Gayleen McEwen
TRAGIC: Gayleen McEwan, pictured with her daughter, died on holiday

Gayleen McEwan, 57, was at the world famous Princess Juliana Airport – where aircraft take off from just above holiday-makers’ heads.

This is follow up on the story we brought to you yesterday

The mother-of-three, from Blenheim, in New Zealand’s South Island, reportedly smashed her head after being blown over by the sheer force of the low-flying plane on Wednesday at around 6pm (July 12).

Ms McEwan, a motel owner, was on holiday with her husband, Phill, and two friends.

Her sister-in-law, Janice McEwan, said: “We’re just devastated, that’s the word that comes to mind. We’re still taking it all in.

“We’re just in shock. She was having a fantastic holiday. That’s what makes it harder, she was having a good time on holiday and then this happens.”

Ms McEwan’s daughter, Kelly, posted a photo of her and her mother online which prompted an outpouring of condolences from friends and family.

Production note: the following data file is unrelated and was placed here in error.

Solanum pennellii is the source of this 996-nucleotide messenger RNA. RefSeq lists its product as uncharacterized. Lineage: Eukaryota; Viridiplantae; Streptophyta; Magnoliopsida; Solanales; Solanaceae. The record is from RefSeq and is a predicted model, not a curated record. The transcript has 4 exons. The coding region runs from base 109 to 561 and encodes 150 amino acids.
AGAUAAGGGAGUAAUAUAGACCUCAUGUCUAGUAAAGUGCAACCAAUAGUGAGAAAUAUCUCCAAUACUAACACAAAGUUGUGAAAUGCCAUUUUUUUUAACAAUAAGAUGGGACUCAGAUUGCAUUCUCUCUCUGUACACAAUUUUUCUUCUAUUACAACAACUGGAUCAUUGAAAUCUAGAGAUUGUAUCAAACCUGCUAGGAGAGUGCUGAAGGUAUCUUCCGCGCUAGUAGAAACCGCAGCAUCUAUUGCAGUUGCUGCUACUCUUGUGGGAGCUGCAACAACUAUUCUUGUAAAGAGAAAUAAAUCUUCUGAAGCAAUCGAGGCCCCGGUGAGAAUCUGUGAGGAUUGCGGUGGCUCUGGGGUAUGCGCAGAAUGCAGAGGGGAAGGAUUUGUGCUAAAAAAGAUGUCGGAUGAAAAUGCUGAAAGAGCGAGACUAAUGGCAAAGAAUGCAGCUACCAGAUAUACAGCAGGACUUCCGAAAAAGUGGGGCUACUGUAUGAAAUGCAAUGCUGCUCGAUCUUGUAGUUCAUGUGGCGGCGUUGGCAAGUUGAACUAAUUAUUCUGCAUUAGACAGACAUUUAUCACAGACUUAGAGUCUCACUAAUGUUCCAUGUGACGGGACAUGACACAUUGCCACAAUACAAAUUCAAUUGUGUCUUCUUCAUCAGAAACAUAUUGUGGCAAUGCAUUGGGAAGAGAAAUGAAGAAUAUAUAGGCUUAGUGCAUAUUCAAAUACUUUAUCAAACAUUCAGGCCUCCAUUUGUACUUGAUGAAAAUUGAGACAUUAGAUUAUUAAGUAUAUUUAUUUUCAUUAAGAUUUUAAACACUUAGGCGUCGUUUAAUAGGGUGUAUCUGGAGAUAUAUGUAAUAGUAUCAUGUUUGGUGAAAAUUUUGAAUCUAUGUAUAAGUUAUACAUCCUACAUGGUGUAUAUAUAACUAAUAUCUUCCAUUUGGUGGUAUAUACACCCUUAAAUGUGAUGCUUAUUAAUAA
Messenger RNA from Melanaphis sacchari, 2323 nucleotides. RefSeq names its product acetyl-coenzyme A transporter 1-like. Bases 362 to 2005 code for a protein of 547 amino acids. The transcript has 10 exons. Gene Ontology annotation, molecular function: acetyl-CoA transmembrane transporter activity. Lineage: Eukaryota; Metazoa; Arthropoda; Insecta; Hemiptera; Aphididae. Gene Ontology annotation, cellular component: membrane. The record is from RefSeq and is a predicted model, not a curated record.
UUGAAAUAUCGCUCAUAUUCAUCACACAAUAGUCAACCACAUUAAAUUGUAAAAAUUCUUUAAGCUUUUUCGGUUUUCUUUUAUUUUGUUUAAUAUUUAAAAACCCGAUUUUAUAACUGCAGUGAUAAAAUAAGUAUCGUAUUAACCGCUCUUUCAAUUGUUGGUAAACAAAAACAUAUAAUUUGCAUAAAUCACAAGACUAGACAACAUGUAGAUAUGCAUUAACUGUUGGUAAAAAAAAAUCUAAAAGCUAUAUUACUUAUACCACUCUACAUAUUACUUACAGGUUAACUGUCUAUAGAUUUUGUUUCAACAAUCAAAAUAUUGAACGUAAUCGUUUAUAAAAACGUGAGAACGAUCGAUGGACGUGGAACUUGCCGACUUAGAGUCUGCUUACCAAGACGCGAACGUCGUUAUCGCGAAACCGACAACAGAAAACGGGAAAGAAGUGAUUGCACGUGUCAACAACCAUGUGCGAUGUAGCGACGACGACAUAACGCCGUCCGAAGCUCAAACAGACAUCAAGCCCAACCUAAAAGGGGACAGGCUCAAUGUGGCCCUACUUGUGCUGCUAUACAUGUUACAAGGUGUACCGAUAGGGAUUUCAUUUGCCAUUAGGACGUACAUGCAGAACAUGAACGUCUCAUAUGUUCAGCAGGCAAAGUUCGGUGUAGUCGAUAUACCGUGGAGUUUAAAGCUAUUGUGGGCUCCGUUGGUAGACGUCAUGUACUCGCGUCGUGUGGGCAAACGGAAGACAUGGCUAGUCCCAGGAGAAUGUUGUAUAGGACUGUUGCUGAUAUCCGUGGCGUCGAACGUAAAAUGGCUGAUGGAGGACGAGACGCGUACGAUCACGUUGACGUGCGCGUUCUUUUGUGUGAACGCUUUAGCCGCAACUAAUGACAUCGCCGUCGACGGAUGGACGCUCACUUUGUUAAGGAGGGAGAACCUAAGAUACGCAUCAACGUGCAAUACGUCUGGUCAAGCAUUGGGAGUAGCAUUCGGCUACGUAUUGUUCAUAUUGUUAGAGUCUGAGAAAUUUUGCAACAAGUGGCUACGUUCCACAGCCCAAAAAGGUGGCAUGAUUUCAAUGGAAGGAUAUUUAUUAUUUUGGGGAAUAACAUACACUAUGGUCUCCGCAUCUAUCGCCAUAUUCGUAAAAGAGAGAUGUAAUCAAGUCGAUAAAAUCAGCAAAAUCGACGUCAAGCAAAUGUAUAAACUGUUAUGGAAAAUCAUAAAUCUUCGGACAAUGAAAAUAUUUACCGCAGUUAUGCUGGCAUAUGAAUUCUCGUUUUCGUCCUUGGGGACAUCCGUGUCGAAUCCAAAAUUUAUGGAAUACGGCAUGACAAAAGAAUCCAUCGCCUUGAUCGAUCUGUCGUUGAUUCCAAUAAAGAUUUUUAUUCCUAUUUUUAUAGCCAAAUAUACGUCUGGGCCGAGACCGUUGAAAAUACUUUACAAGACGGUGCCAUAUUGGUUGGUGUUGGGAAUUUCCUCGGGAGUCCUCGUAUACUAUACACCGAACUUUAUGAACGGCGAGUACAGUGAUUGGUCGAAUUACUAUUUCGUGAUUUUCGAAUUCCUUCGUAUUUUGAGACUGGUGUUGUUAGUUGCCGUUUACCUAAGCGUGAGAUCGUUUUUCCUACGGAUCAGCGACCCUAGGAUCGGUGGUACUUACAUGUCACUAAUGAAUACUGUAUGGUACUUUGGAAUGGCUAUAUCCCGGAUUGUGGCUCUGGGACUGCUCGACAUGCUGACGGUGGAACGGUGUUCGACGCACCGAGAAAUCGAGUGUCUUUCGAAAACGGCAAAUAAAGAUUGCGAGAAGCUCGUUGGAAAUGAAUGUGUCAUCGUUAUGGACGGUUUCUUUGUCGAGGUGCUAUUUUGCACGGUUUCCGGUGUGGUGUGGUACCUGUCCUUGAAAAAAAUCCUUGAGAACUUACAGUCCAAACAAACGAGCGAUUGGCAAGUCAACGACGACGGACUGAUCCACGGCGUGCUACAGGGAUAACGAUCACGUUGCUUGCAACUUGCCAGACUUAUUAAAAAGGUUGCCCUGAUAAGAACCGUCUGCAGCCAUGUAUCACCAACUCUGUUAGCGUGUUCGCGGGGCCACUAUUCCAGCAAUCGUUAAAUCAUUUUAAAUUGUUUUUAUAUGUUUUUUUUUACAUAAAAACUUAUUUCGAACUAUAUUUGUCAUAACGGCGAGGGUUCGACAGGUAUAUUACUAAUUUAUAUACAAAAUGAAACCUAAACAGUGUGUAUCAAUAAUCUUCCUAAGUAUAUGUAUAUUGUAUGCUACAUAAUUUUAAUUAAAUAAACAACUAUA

The airport, in the Dutch Caribbean territory of Sint Maarten, is known for its proximity to the beach.

Tourists gather to watch the planes fly over the sea and beach to land.

Rolando Brison, director of tourism for the island, told the New Zealand Herald: “I met with the family of the deceased… and while they recognised that what they did was wrong, through the clearly visible danger signs, they regret that risk they took turned out in the worst possible way.

“At this time I only wish to express my deepest sympathy to the family and loved ones while we continue to investigate what transpired just hours ago.”

Shockingly, a video was posted to Facebook of Ms McEwan’s last moments as she lay prone on the ground as people around her performed CPR.

The disturbing clip has since been removed, but you can still watch the “as it happened” video here:

Mr Brison did not want to comment further on the details of the shocking incident.

The island is just 13.4km long and 15.8km wide and comprises two separate countries: Saint Martin on its French side and Sint Maartan on its southern, Dutch side.

The fence on Maho beach, on the Dutch side, is just 160ft (50m) from the beginning of the runway.
There are prominent warning signs of the dangers that instruct tourists not to stand near the fence.
In 2012 a young woman was seriously injured after she was thrown against a concrete barrier.

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